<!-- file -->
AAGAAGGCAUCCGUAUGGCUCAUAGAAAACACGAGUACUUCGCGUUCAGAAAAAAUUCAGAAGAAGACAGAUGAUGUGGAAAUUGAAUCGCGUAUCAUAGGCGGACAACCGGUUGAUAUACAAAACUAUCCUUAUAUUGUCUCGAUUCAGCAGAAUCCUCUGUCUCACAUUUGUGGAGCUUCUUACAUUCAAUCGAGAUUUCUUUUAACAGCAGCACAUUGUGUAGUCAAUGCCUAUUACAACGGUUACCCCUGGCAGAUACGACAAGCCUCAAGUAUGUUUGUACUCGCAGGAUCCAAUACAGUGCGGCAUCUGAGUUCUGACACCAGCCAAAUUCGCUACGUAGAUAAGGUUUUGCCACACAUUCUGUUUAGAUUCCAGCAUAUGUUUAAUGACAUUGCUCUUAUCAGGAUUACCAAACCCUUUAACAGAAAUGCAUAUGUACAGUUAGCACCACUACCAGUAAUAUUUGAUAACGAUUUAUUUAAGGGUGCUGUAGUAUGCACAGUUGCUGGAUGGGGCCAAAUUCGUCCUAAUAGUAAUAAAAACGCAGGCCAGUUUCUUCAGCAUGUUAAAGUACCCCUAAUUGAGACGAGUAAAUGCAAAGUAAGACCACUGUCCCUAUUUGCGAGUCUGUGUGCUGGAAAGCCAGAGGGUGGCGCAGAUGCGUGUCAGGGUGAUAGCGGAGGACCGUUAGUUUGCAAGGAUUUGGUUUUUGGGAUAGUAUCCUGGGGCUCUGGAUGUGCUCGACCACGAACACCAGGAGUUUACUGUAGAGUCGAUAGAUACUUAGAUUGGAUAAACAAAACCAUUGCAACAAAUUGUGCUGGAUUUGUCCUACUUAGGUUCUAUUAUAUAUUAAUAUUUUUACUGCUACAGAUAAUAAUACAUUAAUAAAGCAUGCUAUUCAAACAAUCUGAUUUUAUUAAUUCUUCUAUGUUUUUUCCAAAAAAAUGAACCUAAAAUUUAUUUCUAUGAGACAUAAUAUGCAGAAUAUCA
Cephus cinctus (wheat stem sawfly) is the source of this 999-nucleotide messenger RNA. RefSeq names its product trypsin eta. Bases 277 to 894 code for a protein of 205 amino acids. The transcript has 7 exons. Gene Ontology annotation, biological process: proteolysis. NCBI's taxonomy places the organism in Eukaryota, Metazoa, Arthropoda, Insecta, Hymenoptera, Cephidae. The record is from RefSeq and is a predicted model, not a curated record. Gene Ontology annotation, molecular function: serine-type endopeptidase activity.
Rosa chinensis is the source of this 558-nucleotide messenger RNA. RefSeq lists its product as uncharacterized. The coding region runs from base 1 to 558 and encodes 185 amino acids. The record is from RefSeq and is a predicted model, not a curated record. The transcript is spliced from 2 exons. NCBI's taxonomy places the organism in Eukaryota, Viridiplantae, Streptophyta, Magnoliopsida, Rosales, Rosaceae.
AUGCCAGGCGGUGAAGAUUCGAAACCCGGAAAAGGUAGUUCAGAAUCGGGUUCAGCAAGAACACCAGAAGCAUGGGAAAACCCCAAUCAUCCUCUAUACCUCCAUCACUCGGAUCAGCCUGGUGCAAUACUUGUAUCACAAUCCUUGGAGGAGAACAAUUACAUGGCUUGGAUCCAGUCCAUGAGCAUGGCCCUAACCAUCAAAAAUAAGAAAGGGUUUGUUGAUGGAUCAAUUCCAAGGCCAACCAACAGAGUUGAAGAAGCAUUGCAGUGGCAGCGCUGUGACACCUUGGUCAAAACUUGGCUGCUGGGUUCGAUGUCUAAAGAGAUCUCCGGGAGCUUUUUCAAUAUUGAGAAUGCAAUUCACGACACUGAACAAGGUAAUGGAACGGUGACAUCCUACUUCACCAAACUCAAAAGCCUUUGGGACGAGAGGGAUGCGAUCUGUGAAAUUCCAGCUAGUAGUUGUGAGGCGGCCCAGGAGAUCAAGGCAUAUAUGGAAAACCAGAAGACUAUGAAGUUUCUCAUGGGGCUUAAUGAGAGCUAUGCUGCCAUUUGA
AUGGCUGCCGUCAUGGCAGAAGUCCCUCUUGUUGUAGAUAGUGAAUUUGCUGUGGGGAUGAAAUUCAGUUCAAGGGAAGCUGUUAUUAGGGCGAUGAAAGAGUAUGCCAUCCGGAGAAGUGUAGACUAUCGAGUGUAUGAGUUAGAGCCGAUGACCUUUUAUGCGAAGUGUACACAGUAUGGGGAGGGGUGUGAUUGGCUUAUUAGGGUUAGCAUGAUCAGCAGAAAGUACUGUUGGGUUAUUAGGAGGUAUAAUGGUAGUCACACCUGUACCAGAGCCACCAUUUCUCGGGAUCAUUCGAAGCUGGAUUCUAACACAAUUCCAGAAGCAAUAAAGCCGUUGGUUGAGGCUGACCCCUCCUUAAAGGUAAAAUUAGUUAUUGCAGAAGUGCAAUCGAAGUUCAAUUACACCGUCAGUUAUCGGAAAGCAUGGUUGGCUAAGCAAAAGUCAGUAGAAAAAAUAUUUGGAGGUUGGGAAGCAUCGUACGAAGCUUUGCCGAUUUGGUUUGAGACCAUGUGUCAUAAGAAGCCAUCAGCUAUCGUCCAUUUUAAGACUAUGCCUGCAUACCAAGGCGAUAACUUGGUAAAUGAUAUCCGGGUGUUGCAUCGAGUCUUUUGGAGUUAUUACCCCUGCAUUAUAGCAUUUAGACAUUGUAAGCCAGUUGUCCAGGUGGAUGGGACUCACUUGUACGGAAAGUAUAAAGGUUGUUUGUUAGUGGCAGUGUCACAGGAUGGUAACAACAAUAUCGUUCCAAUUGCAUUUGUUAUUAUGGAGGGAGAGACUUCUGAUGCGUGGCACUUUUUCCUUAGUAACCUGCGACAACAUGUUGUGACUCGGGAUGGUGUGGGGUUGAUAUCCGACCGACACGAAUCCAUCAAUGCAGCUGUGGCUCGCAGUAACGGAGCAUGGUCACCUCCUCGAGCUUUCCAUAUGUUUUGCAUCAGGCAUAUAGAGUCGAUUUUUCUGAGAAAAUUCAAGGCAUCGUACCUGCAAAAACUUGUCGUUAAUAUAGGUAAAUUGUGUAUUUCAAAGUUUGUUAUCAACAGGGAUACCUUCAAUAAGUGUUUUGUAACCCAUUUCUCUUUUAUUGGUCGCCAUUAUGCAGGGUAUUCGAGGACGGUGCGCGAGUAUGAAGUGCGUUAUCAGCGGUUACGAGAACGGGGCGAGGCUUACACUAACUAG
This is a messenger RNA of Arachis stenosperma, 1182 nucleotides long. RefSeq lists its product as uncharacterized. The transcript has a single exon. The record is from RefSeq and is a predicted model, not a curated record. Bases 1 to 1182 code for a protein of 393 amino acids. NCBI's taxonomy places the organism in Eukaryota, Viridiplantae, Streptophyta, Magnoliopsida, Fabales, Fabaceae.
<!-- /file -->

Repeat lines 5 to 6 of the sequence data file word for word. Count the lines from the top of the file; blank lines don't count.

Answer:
AUGGCUGCCGUCAUGGCAGAAGUCCCUCUUGUUGUAGAUAGUGAAUUUGCUGUGGGGAUGAAAUUCAGUUCAAGGGAAGCUGUUAUUAGGGCGAUGAAAGAGUAUGCCAUCCGGAGAAGUGUAGACUAUCGAGUGUAUGAGUUAGAGCCGAUGACCUUUUAUGCGAAGUGUACACAGUAUGGGGAGGGGUGUGAUUGGCUUAUUAGGGUUAGCAUGAUCAGCAGAAAGUACUGUUGGGUUAUUAGGAGGUAUAAUGGUAGUCACACCUGUACCAGAGCCACCAUUUCUCGGGAUCAUUCGAAGCUGGAUUCUAACACAAUUCCAGAAGCAAUAAAGCCGUUGGUUGAGGCUGACCCCUCCUUAAAGGUAAAAUUAGUUAUUGCAGAAGUGCAAUCGAAGUUCAAUUACACCGUCAGUUAUCGGAAAGCAUGGUUGGCUAAGCAAAAGUCAGUAGAAAAAAUAUUUGGAGGUUGGGAAGCAUCGUACGAAGCUUUGCCGAUUUGGUUUGAGACCAUGUGUCAUAAGAAGCCAUCAGCUAUCGUCCAUUUUAAGACUAUGCCUGCAUACCAAGGCGAUAACUUGGUAAAUGAUAUCCGGGUGUUGCAUCGAGUCUUUUGGAGUUAUUACCCCUGCAUUAUAGCAUUUAGACAUUGUAAGCCAGUUGUCCAGGUGGAUGGGACUCACUUGUACGGAAAGUAUAAAGGUUGUUUGUUAGUGGCAGUGUCACAGGAUGGUAACAACAAUAUCGUUCCAAUUGCAUUUGUUAUUAUGGAGGGAGAGACUUCUGAUGCGUGGCACUUUUUCCUUAGUAACCUGCGACAACAUGUUGUGACUCGGGAUGGUGUGGGGUUGAUAUCCGACCGACACGAAUCCAUCAAUGCAGCUGUGGCUCGCAGUAACGGAGCAUGGUCACCUCCUCGAGCUUUCCAUAUGUUUUGCAUCAGGCAUAUAGAGUCGAUUUUUCUGAGAAAAUUCAAGGCAUCGUACCUGCAAAAACUUGUCGUUAAUAUAGGUAAAUUGUGUAUUUCAAAGUUUGUUAUCAACAGGGAUACCUUCAAUAAGUGUUUUGUAACCCAUUUCUCUUUUAUUGGUCGCCAUUAUGCAGGGUAUUCGAGGACGGUGCGCGAGUAUGAAGUGCGUUAUCAGCGGUUACGAGAACGGGGCGAGGCUUACACUAACUAG
This is a messenger RNA of Arachis stenosperma, 1182 nucleotides long. RefSeq lists its product as uncharacterized. The transcript has a single exon. The record is from RefSeq and is a predicted model, not a curated record. Bases 1 to 1182 code for a protein of 393 amino acids. NCBI's taxonomy places the organism in Eukaryota, Viridiplantae, Streptophyta, Magnoliopsida, Fabales, Fabaceae.